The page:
His previous best of 3:50.66 came from way back at the 2008 Pre Classic and his 1500 best is from 2012. The 31-year old has been saying since indoor that he was in great shape this year, but this is the first time he’s really showed that he’s potentially in the best shape of his life. Here he ran a slight negative split and was rewarded with a second place finish as he passed almost the entire field in the second half of the race. You can see in the photo of the right how hard he was digging at the end to get that sub-3:50.

Willis did a good job on pacing this one. A rough guess on his laps – his first 400 in about 56.8, his next in about 58.4, his third in about 58.5 and his last in about 55.0. Warning, that’s a ROUGH guess.
*MB: Nick Willis 3:49.83 Welcome to the Sub 3:50 Club

QT#3: Meet Homiyu Tesfaye.

You might not know much about Ethiopian-born Homiyu Tesfaye who gained German citizenship last year after he claimed political asylum in 2010. Since then he’s really excelled finishing 5th at the 2013 Moscow World Championships, 7th at World Indoors, and ran a big 1500 PR of 3:31.98 6-days ago when he finished 4th in Rome. He’s listed as 20 years old, but has previously been accused of age fraud as he bears great resemblance (both in name and appearance) to an Ethiopian runner Henok Tesfaye Heyi who is 4 years older than him and competed at the 2007 World Junior Championships. Coincidentally Heyi’s results stop in 2010 and Tesfaye’s don’t begin until after he claimed asylum in 2010.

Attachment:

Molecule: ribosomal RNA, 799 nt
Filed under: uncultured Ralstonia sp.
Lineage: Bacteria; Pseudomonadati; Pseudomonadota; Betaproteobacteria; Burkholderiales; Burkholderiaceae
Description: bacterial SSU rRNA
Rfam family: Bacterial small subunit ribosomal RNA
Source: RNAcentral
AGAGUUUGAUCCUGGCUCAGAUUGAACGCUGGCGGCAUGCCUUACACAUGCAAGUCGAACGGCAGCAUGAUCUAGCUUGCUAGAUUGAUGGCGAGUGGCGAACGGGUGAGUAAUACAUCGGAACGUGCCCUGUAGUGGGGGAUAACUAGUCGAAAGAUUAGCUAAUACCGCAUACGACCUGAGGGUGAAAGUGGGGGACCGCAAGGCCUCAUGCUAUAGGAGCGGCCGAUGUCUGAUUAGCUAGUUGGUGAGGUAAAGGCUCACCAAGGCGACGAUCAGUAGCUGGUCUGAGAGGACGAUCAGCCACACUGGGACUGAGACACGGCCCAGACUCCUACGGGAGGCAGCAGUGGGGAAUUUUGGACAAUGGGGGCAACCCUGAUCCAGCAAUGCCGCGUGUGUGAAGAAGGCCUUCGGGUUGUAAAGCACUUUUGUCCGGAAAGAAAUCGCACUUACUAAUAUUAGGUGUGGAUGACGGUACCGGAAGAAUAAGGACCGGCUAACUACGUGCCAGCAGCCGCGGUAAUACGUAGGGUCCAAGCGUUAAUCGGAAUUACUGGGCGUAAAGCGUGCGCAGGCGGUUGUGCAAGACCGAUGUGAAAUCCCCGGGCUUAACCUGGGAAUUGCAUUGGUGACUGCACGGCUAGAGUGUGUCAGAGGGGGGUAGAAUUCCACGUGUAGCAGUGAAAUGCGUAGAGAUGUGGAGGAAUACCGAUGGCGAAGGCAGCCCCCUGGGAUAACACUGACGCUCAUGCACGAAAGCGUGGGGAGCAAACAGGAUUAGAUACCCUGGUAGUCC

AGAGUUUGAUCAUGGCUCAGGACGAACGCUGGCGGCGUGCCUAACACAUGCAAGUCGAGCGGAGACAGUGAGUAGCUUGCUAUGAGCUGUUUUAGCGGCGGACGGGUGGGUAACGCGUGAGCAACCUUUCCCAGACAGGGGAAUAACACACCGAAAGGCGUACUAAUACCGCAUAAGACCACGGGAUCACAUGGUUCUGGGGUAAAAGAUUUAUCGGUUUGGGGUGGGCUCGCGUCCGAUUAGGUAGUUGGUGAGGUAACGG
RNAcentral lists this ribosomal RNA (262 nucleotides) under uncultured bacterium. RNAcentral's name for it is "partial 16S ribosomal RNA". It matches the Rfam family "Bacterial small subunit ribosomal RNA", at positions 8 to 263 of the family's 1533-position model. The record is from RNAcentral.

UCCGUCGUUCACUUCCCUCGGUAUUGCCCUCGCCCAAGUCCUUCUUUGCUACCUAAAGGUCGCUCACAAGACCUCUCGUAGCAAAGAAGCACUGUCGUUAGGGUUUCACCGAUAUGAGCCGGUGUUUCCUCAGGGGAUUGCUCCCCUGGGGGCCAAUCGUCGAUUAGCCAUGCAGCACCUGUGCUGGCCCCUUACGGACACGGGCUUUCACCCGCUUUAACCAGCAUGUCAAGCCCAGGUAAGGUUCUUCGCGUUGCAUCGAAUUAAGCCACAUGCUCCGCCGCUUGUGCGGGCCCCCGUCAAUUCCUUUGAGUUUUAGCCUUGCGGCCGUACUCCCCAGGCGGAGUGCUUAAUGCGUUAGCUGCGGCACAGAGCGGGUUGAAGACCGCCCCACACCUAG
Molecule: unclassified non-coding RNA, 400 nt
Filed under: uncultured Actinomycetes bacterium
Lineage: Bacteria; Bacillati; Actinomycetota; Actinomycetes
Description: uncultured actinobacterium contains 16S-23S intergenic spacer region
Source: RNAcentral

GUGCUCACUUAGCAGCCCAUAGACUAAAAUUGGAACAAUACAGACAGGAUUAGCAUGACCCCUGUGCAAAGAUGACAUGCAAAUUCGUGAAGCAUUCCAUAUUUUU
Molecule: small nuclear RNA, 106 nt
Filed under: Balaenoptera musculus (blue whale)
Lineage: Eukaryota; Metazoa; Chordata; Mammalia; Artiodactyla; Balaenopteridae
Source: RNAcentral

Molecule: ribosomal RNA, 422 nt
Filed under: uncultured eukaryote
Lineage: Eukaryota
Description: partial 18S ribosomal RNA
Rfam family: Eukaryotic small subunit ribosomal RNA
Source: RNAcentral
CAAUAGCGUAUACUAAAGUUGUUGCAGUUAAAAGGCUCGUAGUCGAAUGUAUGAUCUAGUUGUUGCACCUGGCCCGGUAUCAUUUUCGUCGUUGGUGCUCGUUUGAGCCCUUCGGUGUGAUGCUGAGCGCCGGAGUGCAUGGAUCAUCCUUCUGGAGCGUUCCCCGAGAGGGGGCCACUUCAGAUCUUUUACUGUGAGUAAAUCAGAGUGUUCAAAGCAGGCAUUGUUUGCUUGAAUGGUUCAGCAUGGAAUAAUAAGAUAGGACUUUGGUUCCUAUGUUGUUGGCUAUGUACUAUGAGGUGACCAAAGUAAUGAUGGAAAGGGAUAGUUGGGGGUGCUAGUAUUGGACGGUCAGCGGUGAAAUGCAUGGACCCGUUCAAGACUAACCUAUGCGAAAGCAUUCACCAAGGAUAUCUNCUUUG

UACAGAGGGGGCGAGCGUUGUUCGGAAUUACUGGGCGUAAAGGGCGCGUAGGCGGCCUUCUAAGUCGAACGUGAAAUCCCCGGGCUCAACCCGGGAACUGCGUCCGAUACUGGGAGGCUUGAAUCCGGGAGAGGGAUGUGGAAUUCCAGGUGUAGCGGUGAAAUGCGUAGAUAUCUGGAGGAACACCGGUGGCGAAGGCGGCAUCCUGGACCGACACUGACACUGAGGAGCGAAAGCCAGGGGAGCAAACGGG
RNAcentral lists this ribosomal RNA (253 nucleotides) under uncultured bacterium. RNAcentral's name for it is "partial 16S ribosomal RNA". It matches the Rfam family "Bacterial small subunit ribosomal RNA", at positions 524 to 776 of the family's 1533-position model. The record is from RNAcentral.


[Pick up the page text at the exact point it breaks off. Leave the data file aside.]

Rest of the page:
The one thing we’ll say, Tesfaye definitely ran a lot smarter tactical race than most 20 year olds would, hanging in last place on the first lap and coming through with a 3rd place finish and sub-3:50 clocking in the end.
*MB:Age fraud in Germany?
*Wiki article on Tesfaye and alleged age fraud
*Profile Pic Comparison Between Tesfaye and Heyi

QT#4: Centrowitz is unlikely to be happy with this one as he was disappointed after his 8th place finish and 3:50.53 clocking at the Pre Classic and here he was the same place in a less impressive field with almost a 2-second slower time.

Unlike Pre, he went for it here from the get-go and got up front at the start. He ran well until the last 300 when the damage from the blistering first lap became apparent and he began to fade. He looked great in this race at the start and if he gets in a better paced race could be the next one to join Willis in the sub-3:50 club.

Messageboard Talk about this race: Nick Willis 3:49.83 Welcome to the Sub 3:50 Club 

Video Highlights for USA Visitors (USA Visitors who want to watch the meet on demand (or live) on the internet, can subscribe to Dish World for $9.99 a month)


Intermediate times:
409m SOM, Bram (NED) 55.06
809m SOM, Bram (NED) 1:53.52
1209m RONO, Geoffrey Kipkoech (KEN) 2:53.62
3rd turn of men's mile. Nick Willis is 3rd to last in orange.

3rd turn – Nick Willis is 3rd to last in orange.

Centro starts to lose ground on backstretch

Centro starts to lose ground on backstretch

The final turn, Nick Willis sniffs the sub-3:50

The final turn, Nick Willis sniffs the sub-3:50

Souleiman wins and Willis goes sub-3:50

Souleiman wins and Willis goes sub-3:50

Nick Willis leans to make sure

Nick Willis leans to make sure